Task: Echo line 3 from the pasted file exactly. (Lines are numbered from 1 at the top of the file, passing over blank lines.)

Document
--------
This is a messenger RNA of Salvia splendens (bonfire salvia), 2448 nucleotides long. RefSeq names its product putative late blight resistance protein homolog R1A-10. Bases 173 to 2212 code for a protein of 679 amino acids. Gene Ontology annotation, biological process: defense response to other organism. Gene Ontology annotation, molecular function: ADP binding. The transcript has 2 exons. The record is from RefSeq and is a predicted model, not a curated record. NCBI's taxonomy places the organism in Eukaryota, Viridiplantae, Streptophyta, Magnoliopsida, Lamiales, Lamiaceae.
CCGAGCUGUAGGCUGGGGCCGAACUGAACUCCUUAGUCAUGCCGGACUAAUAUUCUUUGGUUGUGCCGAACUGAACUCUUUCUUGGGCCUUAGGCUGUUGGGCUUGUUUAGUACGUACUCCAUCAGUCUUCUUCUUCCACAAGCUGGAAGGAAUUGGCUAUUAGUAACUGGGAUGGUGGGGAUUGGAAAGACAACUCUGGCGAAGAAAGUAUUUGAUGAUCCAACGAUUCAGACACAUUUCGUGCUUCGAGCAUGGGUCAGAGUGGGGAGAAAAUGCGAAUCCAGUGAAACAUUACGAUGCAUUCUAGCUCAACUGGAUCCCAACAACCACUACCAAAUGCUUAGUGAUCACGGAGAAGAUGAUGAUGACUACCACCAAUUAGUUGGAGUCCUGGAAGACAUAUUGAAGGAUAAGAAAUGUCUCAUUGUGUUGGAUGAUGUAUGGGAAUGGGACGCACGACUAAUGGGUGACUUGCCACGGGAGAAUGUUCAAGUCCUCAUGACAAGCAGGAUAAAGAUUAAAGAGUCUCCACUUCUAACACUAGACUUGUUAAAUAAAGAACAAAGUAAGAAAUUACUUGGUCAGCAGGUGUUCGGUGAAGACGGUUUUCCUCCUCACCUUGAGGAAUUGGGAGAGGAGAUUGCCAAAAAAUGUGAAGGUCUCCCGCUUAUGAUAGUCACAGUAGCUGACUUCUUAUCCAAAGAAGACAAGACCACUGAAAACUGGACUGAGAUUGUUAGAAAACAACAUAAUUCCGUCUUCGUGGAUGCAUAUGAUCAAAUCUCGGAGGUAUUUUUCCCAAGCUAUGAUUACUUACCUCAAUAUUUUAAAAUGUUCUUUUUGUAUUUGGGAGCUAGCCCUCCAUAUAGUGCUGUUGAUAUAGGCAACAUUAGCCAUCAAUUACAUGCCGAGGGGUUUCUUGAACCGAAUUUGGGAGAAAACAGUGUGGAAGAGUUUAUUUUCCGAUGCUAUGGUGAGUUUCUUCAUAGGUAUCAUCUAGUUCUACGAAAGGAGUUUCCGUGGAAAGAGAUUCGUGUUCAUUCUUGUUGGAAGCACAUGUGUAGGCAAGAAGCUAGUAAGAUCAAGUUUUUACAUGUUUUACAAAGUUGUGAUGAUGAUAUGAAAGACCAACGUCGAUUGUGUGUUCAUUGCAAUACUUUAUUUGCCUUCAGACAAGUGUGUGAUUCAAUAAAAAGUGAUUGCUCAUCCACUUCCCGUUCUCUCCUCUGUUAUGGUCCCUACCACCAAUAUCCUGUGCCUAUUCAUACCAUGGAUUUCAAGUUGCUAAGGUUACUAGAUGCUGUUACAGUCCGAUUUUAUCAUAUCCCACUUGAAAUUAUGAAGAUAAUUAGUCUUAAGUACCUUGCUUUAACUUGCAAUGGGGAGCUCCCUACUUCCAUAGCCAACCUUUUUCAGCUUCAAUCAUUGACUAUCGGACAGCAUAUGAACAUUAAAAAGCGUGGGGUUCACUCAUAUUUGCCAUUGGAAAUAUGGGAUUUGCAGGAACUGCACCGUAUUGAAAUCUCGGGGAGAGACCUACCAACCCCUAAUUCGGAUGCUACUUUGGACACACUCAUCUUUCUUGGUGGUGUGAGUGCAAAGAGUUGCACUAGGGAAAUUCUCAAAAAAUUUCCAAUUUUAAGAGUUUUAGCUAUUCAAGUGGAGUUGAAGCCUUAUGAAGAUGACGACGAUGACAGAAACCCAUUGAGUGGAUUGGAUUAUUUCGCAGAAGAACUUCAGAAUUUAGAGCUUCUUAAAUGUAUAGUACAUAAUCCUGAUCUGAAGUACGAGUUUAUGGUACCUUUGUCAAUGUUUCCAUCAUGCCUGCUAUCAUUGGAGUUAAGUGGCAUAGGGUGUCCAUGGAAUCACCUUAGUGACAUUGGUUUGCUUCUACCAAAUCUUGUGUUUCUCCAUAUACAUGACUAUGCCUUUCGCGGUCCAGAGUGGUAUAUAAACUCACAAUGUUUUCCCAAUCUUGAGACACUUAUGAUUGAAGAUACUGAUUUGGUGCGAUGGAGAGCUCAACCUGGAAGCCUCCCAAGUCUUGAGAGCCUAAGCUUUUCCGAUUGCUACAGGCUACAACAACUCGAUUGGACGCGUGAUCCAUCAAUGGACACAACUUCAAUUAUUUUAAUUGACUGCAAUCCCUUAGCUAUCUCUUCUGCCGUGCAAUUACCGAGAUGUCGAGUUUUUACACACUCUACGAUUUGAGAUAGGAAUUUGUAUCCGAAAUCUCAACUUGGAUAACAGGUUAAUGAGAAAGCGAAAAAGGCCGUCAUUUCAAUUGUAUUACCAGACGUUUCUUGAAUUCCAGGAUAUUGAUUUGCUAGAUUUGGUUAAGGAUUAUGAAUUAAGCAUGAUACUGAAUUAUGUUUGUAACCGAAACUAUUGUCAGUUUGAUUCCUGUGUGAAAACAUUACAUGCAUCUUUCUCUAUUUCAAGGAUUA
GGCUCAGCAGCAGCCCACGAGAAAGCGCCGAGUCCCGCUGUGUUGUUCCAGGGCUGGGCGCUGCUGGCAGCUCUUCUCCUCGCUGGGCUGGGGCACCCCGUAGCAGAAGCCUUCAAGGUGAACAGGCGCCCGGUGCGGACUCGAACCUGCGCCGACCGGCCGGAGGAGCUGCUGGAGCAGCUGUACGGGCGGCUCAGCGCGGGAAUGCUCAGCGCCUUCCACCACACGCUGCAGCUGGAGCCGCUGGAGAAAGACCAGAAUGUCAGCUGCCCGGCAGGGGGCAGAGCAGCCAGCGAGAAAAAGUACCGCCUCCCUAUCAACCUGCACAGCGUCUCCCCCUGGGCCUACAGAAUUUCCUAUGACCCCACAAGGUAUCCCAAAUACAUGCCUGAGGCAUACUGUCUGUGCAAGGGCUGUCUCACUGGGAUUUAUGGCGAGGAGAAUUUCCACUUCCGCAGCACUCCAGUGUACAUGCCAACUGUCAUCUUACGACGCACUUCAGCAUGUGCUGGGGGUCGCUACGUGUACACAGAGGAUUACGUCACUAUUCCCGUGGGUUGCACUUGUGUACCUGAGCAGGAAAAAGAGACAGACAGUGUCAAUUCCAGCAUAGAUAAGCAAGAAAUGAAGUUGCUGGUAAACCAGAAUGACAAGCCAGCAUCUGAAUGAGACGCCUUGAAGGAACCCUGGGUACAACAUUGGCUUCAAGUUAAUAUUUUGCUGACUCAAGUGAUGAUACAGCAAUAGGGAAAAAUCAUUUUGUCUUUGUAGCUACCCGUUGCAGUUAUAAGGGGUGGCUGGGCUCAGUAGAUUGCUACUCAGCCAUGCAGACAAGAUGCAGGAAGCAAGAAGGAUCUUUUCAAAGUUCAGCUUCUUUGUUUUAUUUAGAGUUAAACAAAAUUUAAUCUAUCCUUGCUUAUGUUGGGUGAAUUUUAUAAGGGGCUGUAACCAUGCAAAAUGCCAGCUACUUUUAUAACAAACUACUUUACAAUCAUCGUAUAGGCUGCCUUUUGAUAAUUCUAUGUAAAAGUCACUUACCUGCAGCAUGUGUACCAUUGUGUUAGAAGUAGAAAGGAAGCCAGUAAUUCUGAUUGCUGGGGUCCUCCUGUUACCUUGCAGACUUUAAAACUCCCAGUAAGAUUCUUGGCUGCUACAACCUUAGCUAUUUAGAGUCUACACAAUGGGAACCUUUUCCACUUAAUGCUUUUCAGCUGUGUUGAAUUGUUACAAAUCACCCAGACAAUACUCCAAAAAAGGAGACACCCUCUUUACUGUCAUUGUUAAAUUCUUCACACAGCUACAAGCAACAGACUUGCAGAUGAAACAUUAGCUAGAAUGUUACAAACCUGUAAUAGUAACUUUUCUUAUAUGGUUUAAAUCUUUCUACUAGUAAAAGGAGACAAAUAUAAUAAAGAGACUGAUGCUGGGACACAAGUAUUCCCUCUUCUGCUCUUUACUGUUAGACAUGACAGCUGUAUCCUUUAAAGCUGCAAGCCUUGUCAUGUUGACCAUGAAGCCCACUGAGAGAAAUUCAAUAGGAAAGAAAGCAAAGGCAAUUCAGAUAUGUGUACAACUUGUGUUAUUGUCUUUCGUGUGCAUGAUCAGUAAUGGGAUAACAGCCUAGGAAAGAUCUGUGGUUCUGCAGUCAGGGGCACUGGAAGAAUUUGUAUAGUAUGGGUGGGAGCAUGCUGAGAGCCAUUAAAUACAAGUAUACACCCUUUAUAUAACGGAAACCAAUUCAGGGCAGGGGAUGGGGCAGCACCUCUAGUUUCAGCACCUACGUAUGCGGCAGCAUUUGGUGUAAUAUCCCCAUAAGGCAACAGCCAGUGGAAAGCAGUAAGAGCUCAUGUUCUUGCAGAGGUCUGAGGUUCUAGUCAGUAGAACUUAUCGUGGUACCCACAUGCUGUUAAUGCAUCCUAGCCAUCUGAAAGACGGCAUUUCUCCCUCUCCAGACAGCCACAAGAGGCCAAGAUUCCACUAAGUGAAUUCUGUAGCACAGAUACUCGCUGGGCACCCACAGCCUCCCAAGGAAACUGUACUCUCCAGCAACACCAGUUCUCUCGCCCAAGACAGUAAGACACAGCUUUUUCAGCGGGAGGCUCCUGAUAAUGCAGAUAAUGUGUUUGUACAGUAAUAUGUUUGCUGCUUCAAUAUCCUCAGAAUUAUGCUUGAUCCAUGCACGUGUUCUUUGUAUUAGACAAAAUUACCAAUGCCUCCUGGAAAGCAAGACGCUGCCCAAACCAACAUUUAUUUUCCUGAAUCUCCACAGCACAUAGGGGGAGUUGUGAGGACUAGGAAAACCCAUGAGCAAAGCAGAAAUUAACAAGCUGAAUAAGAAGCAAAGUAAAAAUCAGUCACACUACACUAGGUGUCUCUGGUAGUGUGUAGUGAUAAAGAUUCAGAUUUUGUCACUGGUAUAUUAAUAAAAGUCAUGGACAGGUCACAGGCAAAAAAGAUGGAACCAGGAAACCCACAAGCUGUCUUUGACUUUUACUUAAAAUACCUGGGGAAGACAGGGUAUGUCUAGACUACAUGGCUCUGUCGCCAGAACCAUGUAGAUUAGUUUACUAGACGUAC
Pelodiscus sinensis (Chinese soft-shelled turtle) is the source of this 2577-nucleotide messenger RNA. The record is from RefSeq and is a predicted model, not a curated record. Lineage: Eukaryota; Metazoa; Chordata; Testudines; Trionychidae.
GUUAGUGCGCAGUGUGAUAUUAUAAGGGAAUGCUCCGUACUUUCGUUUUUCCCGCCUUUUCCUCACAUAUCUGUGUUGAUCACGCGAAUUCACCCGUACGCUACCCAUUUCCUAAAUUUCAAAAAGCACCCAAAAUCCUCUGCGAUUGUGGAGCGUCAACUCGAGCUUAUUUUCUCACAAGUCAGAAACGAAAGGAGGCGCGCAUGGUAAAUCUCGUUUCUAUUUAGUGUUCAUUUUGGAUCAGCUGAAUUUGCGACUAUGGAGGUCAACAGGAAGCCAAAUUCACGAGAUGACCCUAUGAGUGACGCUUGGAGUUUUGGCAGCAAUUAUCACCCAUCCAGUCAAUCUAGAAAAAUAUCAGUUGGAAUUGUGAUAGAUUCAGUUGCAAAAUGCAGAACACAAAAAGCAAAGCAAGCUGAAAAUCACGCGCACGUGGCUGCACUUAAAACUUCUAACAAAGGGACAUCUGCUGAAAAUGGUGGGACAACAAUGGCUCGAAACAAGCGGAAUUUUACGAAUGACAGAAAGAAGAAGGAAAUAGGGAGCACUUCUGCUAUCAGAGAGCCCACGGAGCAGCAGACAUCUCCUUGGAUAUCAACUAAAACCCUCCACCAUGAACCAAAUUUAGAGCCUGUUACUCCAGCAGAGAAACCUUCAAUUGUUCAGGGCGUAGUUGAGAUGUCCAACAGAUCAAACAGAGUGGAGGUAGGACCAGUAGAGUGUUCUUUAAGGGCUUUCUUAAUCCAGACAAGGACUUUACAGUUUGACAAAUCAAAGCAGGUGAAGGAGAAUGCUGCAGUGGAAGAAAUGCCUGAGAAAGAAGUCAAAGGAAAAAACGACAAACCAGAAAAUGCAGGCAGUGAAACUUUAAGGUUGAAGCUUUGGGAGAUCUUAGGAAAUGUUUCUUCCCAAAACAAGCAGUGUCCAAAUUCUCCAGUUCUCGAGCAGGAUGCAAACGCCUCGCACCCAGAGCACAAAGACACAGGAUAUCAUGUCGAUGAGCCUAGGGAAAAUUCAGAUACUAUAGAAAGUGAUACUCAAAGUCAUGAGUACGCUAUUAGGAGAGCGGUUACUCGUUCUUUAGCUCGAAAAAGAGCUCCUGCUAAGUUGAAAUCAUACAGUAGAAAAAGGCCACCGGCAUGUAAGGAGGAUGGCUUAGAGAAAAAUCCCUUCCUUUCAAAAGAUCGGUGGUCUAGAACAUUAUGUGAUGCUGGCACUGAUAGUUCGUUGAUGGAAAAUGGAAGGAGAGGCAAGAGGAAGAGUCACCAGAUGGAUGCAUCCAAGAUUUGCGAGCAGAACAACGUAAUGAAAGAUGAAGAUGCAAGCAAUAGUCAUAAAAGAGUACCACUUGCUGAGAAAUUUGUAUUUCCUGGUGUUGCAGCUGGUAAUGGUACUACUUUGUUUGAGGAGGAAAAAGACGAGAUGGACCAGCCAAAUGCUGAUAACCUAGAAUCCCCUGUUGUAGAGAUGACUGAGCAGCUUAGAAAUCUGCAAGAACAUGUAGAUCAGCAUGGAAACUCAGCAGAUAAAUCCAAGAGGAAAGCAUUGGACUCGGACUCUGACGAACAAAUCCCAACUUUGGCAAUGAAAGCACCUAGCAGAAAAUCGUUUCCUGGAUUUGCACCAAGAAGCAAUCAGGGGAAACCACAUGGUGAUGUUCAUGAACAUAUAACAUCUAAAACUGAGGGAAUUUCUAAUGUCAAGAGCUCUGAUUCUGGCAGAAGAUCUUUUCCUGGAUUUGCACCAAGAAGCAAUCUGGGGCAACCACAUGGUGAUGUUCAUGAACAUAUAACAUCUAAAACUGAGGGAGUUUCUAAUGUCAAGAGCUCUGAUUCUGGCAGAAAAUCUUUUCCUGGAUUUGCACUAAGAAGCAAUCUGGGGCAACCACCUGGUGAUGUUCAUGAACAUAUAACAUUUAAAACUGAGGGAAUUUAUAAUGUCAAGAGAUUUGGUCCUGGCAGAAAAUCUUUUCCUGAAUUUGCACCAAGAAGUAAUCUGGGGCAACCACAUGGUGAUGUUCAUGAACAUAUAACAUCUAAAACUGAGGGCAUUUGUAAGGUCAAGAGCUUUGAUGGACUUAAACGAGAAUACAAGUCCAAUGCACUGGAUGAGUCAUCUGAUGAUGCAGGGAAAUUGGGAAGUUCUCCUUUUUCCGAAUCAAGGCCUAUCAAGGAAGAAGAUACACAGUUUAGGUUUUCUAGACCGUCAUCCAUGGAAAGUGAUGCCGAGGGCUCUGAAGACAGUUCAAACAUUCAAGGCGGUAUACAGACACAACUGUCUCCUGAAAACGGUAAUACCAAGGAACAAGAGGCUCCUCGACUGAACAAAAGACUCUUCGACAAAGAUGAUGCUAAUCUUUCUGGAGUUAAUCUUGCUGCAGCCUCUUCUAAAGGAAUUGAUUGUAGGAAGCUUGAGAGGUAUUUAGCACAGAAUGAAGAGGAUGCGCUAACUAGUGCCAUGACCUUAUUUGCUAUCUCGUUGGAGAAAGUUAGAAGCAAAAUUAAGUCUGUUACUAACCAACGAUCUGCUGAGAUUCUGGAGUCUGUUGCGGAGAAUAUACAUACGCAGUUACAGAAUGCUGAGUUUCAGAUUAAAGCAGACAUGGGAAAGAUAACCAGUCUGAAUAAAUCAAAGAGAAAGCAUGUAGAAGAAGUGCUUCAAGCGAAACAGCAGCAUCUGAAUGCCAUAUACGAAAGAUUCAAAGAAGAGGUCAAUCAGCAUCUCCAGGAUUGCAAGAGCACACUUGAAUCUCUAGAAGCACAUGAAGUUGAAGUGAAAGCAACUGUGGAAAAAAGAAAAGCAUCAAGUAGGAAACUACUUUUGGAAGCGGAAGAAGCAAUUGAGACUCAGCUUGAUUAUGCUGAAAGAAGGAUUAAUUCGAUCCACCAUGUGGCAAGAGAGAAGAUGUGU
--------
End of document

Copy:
GGCUCAGCAGCAGCCCACGAGAAAGCGCCGAGUCCCGCUGUGUUGUUCCAGGGCUGGGCGCUGCUGGCAGCUCUUCUCCUCGCUGGGCUGGGGCACCCCGUAGCAGAAGCCUUCAAGGUGAACAGGCGCCCGGUGCGGACUCGAACCUGCGCCGACCGGCCGGAGGAGCUGCUGGAGCAGCUGUACGGGCGGCUCAGCGCGGGAAUGCUCAGCGCCUUCCACCACACGCUGCAGCUGGAGCCGCUGGAGAAAGACCAGAAUGUCAGCUGCCCGGCAGGGGGCAGAGCAGCCAGCGAGAAAAAGUACCGCCUCCCUAUCAACCUGCACAGCGUCUCCCCCUGGGCCUACAGAAUUUCCUAUGACCCCACAAGGUAUCCCAAAUACAUGCCUGAGGCAUACUGUCUGUGCAAGGGCUGUCUCACUGGGAUUUAUGGCGAGGAGAAUUUCCACUUCCGCAGCACUCCAGUGUACAUGCCAACUGUCAUCUUACGACGCACUUCAGCAUGUGCUGGGGGUCGCUACGUGUACACAGAGGAUUACGUCACUAUUCCCGUGGGUUGCACUUGUGUACCUGAGCAGGAAAAAGAGACAGACAGUGUCAAUUCCAGCAUAGAUAAGCAAGAAAUGAAGUUGCUGGUAAACCAGAAUGACAAGCCAGCAUCUGAAUGAGACGCCUUGAAGGAACCCUGGGUACAACAUUGGCUUCAAGUUAAUAUUUUGCUGACUCAAGUGAUGAUACAGCAAUAGGGAAAAAUCAUUUUGUCUUUGUAGCUACCCGUUGCAGUUAUAAGGGGUGGCUGGGCUCAGUAGAUUGCUACUCAGCCAUGCAGACAAGAUGCAGGAAGCAAGAAGGAUCUUUUCAAAGUUCAGCUUCUUUGUUUUAUUUAGAGUUAAACAAAAUUUAAUCUAUCCUUGCUUAUGUUGGGUGAAUUUUAUAAGGGGCUGUAACCAUGCAAAAUGCCAGCUACUUUUAUAACAAACUACUUUACAAUCAUCGUAUAGGCUGCCUUUUGAUAAUUCUAUGUAAAAGUCACUUACCUGCAGCAUGUGUACCAUUGUGUUAGAAGUAGAAAGGAAGCCAGUAAUUCUGAUUGCUGGGGUCCUCCUGUUACCUUGCAGACUUUAAAACUCCCAGUAAGAUUCUUGGCUGCUACAACCUUAGCUAUUUAGAGUCUACACAAUGGGAACCUUUUCCACUUAAUGCUUUUCAGCUGUGUUGAAUUGUUACAAAUCACCCAGACAAUACUCCAAAAAAGGAGACACCCUCUUUACUGUCAUUGUUAAAUUCUUCACACAGCUACAAGCAACAGACUUGCAGAUGAAACAUUAGCUAGAAUGUUACAAACCUGUAAUAGUAACUUUUCUUAUAUGGUUUAAAUCUUUCUACUAGUAAAAGGAGACAAAUAUAAUAAAGAGACUGAUGCUGGGACACAAGUAUUCCCUCUUCUGCUCUUUACUGUUAGACAUGACAGCUGUAUCCUUUAAAGCUGCAAGCCUUGUCAUGUUGACCAUGAAGCCCACUGAGAGAAAUUCAAUAGGAAAGAAAGCAAAGGCAAUUCAGAUAUGUGUACAACUUGUGUUAUUGUCUUUCGUGUGCAUGAUCAGUAAUGGGAUAACAGCCUAGGAAAGAUCUGUGGUUCUGCAGUCAGGGGCACUGGAAGAAUUUGUAUAGUAUGGGUGGGAGCAUGCUGAGAGCCAUUAAAUACAAGUAUACACCCUUUAUAUAACGGAAACCAAUUCAGGGCAGGGGAUGGGGCAGCACCUCUAGUUUCAGCACCUACGUAUGCGGCAGCAUUUGGUGUAAUAUCCCCAUAAGGCAACAGCCAGUGGAAAGCAGUAAGAGCUCAUGUUCUUGCAGAGGUCUGAGGUUCUAGUCAGUAGAACUUAUCGUGGUACCCACAUGCUGUUAAUGCAUCCUAGCCAUCUGAAAGACGGCAUUUCUCCCUCUCCAGACAGCCACAAGAGGCCAAGAUUCCACUAAGUGAAUUCUGUAGCACAGAUACUCGCUGGGCACCCACAGCCUCCCAAGGAAACUGUACUCUCCAGCAACACCAGUUCUCUCGCCCAAGACAGUAAGACACAGCUUUUUCAGCGGGAGGCUCCUGAUAAUGCAGAUAAUGUGUUUGUACAGUAAUAUGUUUGCUGCUUCAAUAUCCUCAGAAUUAUGCUUGAUCCAUGCACGUGUUCUUUGUAUUAGACAAAAUUACCAAUGCCUCCUGGAAAGCAAGACGCUGCCCAAACCAACAUUUAUUUUCCUGAAUCUCCACAGCACAUAGGGGGAGUUGUGAGGACUAGGAAAACCCAUGAGCAAAGCAGAAAUUAACAAGCUGAAUAAGAAGCAAAGUAAAAAUCAGUCACACUACACUAGGUGUCUCUGGUAGUGUGUAGUGAUAAAGAUUCAGAUUUUGUCACUGGUAUAUUAAUAAAAGUCAUGGACAGGUCACAGGCAAAAAAGAUGGAACCAGGAAACCCACAAGCUGUCUUUGACUUUUACUUAAAAUACCUGGGGAAGACAGGGUAUGUCUAGACUACAUGGCUCUGUCGCCAGAACCAUGUAGAUUAGUUUACUAGACGUAC